And the single thing I’ve learned in the last 10 years doing this thing (’07.  Yikes) is that size matters.   Transformations of large organizations is fundamentally different than transformation of smaller organizations.   Indeed, there are layers and layers and more layers of difficulty in turning organizations of 100,000 people, as compared to 1,000 people, or 10 people.

In the Agile community, one of the founders of the movement, Alistair Cockburn, built, not a methodology, but a framework for choosing methodology based on project/product characteristics.     A 5 week project, 3 person project has an appropriate methodology involving ONLY 1 room and a door that closes.    A 10 year, 300 person effort might ought to have a bit different set of controls.    If you use the 500-week method for the 5 week project, it will probably take 45 weeks.   If you use the 5-week method for the 500 week project, you’re 99.3% guaranteed to fail utterly.   Yes, other factors matter besides length and manpower, but those are pretty strong indicators for what you ought to do.  The factor I personally use first to choose between methodologies is:   What’s your goal:

Faster delivery?  Ease of change?  Better large-group Coordination?       Each goal has more and less appropriate approaches.

So… where’s the analysis of Organization size as it applies to governance?
Notice anything about the best governance in the world?   There are 3 countries, each listed by someone as brilliant governance…and they’re each tiny.    Smaller than metro Chicago. Perhaps someone should study this phenomenon.   And perhaps one should abandon hope that a large group of 320 million can get the quality governance one expects of a 5-million person city-state, a 5-million person small country or a 8-million person aggressively federalist system where most decisions are made at the 50,000 person city level.

Yeah…so all that is another plug for federalism.   Size of governing unit matters.   Probably via payoff.   In 5 million people, all of whom live within 30 miles of one another (Singapore), you have a bit different of a problem than 320 million people who mostly, but partly don’t, live within 3000 miles of one another.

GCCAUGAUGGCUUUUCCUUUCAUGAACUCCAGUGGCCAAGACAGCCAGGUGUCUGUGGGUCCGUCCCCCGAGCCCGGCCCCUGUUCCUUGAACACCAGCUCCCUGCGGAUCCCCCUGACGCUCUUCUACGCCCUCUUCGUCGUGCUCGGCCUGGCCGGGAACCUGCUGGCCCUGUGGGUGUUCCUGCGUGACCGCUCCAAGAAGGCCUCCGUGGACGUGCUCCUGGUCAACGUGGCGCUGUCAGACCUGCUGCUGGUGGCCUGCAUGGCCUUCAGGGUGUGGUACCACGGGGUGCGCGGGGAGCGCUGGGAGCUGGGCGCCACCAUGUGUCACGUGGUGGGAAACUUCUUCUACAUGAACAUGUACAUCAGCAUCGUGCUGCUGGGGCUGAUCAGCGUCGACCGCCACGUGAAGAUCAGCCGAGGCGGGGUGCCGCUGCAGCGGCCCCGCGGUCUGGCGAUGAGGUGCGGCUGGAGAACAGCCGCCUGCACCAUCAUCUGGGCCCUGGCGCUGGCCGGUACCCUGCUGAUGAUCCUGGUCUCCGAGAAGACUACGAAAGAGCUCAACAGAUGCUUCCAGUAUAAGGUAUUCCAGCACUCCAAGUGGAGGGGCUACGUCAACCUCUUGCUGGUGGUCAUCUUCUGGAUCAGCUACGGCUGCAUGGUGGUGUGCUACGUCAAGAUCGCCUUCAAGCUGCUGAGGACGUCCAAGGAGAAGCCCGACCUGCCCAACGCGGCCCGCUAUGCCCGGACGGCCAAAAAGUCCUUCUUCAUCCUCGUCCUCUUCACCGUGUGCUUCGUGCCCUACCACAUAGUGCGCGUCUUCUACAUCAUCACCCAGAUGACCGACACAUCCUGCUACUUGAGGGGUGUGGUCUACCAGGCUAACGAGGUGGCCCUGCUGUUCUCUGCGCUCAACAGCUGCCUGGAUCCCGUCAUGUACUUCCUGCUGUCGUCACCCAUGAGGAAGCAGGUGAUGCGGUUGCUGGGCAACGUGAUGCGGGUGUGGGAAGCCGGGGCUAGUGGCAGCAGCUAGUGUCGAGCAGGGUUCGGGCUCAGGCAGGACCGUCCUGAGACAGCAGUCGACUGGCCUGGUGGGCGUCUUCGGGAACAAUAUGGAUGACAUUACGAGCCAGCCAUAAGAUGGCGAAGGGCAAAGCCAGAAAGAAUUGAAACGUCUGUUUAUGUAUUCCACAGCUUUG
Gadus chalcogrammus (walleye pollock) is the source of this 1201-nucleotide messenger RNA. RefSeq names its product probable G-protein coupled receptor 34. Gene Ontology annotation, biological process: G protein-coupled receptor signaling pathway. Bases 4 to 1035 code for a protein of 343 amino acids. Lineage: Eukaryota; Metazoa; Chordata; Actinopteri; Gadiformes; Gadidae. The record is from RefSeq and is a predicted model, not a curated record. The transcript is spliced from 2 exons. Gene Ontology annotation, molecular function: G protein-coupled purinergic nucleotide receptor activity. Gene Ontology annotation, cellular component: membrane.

Communication layers, Public Choice strength on population, financial impact of regulations, anonymity and reputation concerns, common culture…they’re all very different between Denmark and India, even Singapore and China.


I’m in favor of separatism.   I’d love for California to secede.   And Texas.   And then for Austin to secede from Texas.   And then Cedar Park to secede from greater Austin.    But in the absence of my preferred solutions, I’ll take real federalism.  Swiss variety, modeled on historical American, preferably.

But we’d all do a lot better if we stopped pretending that families could work the same way as companies, or as cities, or as states, or as nations… Size matters a lot.   Any discussion of policy that doesn’t take size into account appears, to this commentator, insane.

SSC re-invents Hume

“…no testimony is sufficient to establish a miracle, unless the testimony be of such a kind, that its falsehood would be more miraculous, than the fact, which it endeavors to establish”
— David Hume
— An Enquiry Concerning Human Understanding, 1748
— (I can’t find said direct quote in google books, but I agree this is the gist of the matter)

“So. Alternate hypothesis. About one million people view Reddit every day. Let’s assume 10% of those see threads like the above – which were pretty popular and which I think both made it to the front page. That’s 100,000 people. Now let’s assume that even 1/10,000 people on the Internet are annoying trolls, which is maybe the easiest assumption we’re ever going to have to make. If each of those annoying trolls posts one fake story to a thread like that for the lulz, that’s enough for ten really convincing stories per thread – which is really all there are, the other fifty or sixty are just the usual friend-of-a-friend-had-a-vague-feeling stuff.”
— Scott Alexander
— Slate Star Codex: Redditors Lie?
— (Since Moldbug retired, Scott might be the most verbose guy on the internet)

It’s all part of the same problem.  (Warning, Math):

If a drug researcher discovers a drug which has an effect at p<0.001, what are the odds it was a fake discovery?

Of course, the answer is “Not enough information”

But you can’t do a real calculation until you figure out how likely the drug really is to work.
The real decision matrix requires a comparison of how likely something really is to be true, vs how likely it is to be measured true, when false.

If drugs are effective 1/2 the time, and the test is only wrong 1/1000 of the time, then odds that the drug works are pretty good.   Start with 2000 drugs, and here’s what happens

 2000 works doesn’t work
tests true  999  1
tests false  1  999

Look, there’s 1000 cases where the drug tests true, and only one of them is a mistake.  The odds of the drug working, once it tests at p<0.001 is 99.9%

But that’s not the reality.   Far less than 1/2 substances are effective towards our goals.   If we instead suggest that only 1 in a Million drugs are effective towards a goal, then the numbers look very different.   Start with a billion drugs, and here’s what happens

 1,000,000,000 works doesn’t work
tests true  999  999,999
tests false  1  998,000,001

Look, there’s 1,000,998 cases of drug testing true, and only 1 in 1,000 of those is actually true.   Think about that.   If a drug has a prior probability of 1/1,000,000 of being effective, than a test that tells you it is effective with p<0.001 is wrong  1,001/1,002 times.  Prior probability matters.  Prior probability overwhelms the measured probability an awful lot of the time.